Is there a happier time in your life, than when a baby is born? Oh how good it is to write, that Jenny and little Brynn are home and all is well.
The hurricane has thrown a kink in our original plans. I was to go stay with Jenny, after they came home, however Will and Jenny debated whether to stay put or stay at Miss Claudias’ home, under the circumstances. Will and Jennys’ home is just across the street from the laughing river. Their home is built up, well above ground level, but there is a lot of water in that river. Miss Claudia lives a very few miles away, but it is a much safer distance from the Pasquotank river. What a predicament we are all in! I have not held my little grandchild yet and can hardly bear that. My presence at the rabbit patch will hardly change the outcome of this storm, – and Kyle and Christian are encouraging me to go ahead and leave -so I am very torn. What if one of the ” warriors” (the ancient oaks) falls in this battle -or Mama and Daddy have an emergency? This is a quandary, if there ever was one.
I was cooking cabbage and a pot of beans at five am on Wednesday. We are bound to lose power, and I have not forgotten, the two weeks we went without it, now eight years ago. Kyle is handy with a grill, thankfully and the barns provide shelter, to cook beneath. I can at least make sure, the boys do not starve. . .neither will Cash, my boxer nor Christopher Robin, my cat. I stocked piled dog and cat food, a few days ago.
No one can sit at the kitchen table, for it has become a station for all sorts of supplies. This has always been our routine. The table is laden with batteries, flash lights, candles, and all kinds of prepackaged foods, that I usually never buy. There are also paper plates, paper towels and the popular “wipes”. It pained me to buy the paper products, as I am on a quest to live “green”, but without water, such things will be useful and I did at least buy the “eco friendly” type.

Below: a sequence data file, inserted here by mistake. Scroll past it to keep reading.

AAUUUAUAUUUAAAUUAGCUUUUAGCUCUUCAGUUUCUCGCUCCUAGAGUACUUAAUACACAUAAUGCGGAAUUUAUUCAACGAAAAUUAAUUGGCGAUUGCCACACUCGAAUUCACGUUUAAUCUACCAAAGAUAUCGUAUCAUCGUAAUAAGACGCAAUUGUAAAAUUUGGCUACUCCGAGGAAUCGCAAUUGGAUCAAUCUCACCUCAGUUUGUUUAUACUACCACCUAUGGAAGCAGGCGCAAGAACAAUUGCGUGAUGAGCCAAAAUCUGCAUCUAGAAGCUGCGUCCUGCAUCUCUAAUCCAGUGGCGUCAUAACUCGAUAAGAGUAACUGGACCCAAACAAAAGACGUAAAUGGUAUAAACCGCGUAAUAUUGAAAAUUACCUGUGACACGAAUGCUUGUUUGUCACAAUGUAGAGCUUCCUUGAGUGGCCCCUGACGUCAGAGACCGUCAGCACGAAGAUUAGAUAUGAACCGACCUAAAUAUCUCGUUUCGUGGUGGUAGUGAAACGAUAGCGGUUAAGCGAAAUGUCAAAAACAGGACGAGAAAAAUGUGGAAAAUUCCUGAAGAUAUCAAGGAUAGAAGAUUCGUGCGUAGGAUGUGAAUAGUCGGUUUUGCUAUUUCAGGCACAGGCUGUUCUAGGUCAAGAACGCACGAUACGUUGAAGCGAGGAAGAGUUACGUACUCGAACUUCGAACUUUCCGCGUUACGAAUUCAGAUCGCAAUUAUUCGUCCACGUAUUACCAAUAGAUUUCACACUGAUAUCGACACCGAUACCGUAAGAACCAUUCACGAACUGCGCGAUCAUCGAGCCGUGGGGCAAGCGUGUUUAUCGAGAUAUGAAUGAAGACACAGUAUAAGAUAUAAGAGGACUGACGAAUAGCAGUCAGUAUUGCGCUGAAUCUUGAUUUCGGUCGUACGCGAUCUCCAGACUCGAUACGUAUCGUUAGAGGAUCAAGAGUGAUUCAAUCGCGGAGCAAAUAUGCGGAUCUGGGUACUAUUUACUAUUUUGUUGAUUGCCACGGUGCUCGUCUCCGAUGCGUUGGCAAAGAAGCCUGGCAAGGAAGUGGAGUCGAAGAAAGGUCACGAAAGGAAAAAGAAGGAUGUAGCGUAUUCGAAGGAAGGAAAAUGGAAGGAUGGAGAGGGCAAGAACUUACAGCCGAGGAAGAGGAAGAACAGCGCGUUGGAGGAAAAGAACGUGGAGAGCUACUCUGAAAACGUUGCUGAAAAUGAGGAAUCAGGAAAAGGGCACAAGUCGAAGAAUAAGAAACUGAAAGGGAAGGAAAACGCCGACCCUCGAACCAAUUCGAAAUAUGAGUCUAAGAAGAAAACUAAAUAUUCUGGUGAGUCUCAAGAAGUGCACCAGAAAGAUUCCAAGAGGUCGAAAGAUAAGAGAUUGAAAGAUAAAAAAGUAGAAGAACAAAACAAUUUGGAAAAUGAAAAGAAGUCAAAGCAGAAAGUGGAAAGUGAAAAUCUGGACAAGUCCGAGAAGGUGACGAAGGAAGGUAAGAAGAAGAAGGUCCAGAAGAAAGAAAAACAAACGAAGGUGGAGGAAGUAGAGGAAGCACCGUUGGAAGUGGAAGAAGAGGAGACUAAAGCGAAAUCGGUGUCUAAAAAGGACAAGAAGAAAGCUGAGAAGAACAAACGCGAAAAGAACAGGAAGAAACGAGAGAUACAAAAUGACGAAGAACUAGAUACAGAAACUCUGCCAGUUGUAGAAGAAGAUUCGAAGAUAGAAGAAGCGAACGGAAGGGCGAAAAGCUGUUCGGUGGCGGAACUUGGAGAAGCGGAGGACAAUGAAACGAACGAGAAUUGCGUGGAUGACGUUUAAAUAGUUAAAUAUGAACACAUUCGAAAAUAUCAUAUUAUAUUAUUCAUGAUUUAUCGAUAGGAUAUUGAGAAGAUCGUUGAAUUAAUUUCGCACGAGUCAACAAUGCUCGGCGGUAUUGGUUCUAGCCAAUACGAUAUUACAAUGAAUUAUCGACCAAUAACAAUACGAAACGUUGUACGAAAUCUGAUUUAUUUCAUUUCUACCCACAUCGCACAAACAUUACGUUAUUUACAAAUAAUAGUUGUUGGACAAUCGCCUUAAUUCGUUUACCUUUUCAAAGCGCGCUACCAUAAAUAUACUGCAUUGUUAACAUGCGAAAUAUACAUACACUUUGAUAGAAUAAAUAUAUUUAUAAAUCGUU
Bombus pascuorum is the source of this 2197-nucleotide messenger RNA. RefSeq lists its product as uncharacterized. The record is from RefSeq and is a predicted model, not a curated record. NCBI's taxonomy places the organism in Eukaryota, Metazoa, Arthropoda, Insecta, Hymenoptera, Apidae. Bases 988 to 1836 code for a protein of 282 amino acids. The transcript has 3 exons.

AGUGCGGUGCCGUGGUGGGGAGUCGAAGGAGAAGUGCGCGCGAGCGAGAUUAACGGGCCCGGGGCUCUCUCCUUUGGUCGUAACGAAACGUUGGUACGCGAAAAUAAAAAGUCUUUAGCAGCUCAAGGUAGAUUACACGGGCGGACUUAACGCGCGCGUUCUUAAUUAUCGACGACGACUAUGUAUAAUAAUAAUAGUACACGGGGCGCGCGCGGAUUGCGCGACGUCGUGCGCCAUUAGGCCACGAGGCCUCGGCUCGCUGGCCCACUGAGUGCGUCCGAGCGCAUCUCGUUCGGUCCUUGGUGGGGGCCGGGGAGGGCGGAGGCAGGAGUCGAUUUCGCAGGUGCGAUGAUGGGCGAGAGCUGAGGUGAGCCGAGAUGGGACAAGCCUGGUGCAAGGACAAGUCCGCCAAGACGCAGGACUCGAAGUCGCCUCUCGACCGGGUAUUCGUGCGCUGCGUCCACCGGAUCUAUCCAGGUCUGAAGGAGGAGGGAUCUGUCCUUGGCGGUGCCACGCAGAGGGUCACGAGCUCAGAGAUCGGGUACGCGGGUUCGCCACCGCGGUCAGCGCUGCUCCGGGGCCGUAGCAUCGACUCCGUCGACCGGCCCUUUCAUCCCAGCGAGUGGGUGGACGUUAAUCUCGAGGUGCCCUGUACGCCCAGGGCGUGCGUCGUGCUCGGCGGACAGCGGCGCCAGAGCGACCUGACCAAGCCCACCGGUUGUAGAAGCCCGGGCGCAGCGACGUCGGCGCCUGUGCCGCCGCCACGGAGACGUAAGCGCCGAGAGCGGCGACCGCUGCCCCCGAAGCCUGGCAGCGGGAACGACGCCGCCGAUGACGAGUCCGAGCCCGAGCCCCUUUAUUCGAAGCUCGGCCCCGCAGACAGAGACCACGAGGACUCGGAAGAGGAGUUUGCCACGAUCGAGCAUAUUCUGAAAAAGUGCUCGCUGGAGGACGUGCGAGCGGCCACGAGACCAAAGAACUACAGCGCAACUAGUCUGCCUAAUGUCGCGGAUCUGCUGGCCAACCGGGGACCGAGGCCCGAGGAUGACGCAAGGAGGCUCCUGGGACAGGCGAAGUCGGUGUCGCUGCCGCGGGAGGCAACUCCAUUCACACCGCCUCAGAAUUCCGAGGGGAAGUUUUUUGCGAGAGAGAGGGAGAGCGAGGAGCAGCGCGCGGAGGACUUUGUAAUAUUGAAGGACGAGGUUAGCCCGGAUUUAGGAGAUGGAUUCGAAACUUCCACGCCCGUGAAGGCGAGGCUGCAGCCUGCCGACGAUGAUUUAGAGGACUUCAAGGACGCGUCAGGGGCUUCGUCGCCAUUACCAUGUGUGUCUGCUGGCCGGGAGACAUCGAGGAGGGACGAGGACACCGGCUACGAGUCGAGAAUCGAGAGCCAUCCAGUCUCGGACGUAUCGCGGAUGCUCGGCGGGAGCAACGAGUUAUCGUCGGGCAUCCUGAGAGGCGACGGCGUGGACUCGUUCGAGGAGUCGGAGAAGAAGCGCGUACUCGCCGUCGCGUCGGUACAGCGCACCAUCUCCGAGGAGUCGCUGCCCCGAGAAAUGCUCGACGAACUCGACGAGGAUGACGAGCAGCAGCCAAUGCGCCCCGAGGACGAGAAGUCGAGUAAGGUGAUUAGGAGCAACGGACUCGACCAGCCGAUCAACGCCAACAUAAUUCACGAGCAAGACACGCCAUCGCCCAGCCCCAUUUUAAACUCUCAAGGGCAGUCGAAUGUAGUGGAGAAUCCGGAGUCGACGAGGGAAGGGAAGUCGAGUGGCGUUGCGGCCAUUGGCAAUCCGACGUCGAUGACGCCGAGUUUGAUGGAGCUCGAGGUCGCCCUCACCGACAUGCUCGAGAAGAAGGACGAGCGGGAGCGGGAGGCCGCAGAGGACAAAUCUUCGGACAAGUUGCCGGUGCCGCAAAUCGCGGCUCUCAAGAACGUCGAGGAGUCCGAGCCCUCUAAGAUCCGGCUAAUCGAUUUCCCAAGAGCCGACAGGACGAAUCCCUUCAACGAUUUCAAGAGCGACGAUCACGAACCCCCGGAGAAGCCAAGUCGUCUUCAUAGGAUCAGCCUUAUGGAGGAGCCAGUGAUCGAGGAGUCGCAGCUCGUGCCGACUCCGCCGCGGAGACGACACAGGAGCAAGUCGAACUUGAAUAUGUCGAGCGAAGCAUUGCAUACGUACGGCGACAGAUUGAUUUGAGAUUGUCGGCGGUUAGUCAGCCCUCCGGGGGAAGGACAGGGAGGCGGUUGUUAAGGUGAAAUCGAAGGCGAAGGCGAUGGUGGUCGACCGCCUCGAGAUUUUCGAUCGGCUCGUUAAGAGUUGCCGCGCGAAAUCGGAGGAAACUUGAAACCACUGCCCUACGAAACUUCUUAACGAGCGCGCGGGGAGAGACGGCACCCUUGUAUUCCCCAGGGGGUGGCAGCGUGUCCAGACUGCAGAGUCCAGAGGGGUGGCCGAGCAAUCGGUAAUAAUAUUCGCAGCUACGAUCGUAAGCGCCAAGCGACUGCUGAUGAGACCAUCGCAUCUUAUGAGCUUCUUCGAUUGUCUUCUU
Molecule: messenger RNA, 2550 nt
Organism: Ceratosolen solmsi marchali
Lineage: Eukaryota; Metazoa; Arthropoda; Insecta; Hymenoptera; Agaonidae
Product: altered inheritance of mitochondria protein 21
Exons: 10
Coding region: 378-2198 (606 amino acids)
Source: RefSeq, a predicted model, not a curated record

As I went about the business of tending to provisions and planning the duties outside to tend to, the weather man , was giving the latest details of the current projected track of “Hurricane Florence”. It seems the thing is now expected to land much further south than previously thought. I declare he seemed a bit downcast about it. I suppose saying things like “partly cloudy” day after day, does leave room for boredom. I of course felt a lot of relief, but also pity for folks south of us. We will still have a hurricane, but the forecast is a lot less serious now, than it was last night. I think I am going to Elizabeth City, after all.
I arrived in Elizabeth City mid afternoon. I wanted to run in the door to meet little Brynn and hug Jenny, but I wanted to make sure that Lyla knew, I was as glad to see her as ever I had been. At this particular time, I do not think it has crossed Lylas’ mind to feel jealous. That may come, but for now Lyla is in love with her little sister and wants to share her with everyone.
It will come as no surprise to you to know that Brynn is beautiful. She has clear dark skin and a crown of dark silky hair that frames her perfectly, angelic face. She favors Lyla a lot, which thrills all of us. There is just something about the birth of a child in a family that changes everything. Everyone is happy and full of hope. It reunites us all over again, in heart – and reminds us all that we belong deeply to one another. Birth remains a wonder, no matter how much this world changes.
Today is Thursday and the expected day for the hurricane to make landfall. . .well technically it is expected very early Friday morning. We are no longer in the direct path of the storm, as was first predicted. .. .still we prepared for power outages. I made a big pot of chicken soup and bought the ingredients for pimento cheese and beef stew. Will brought Miss Claudia over to stay. Miss Claudia brought all sorts of things – food -books and -crafting supplies, so the house is well stocked and we have things to do “come what may”.
All day the wind blew and the laughing river tumbled in the opposite direction that it usually does. Light rain fell off and on all day. Brynn was quiet as a little mouse. Lyla did well, to have been confined all day. Lyla adores Brynn and “makes no bones about it”. We went to bed wondering what the first hours of the day held in store.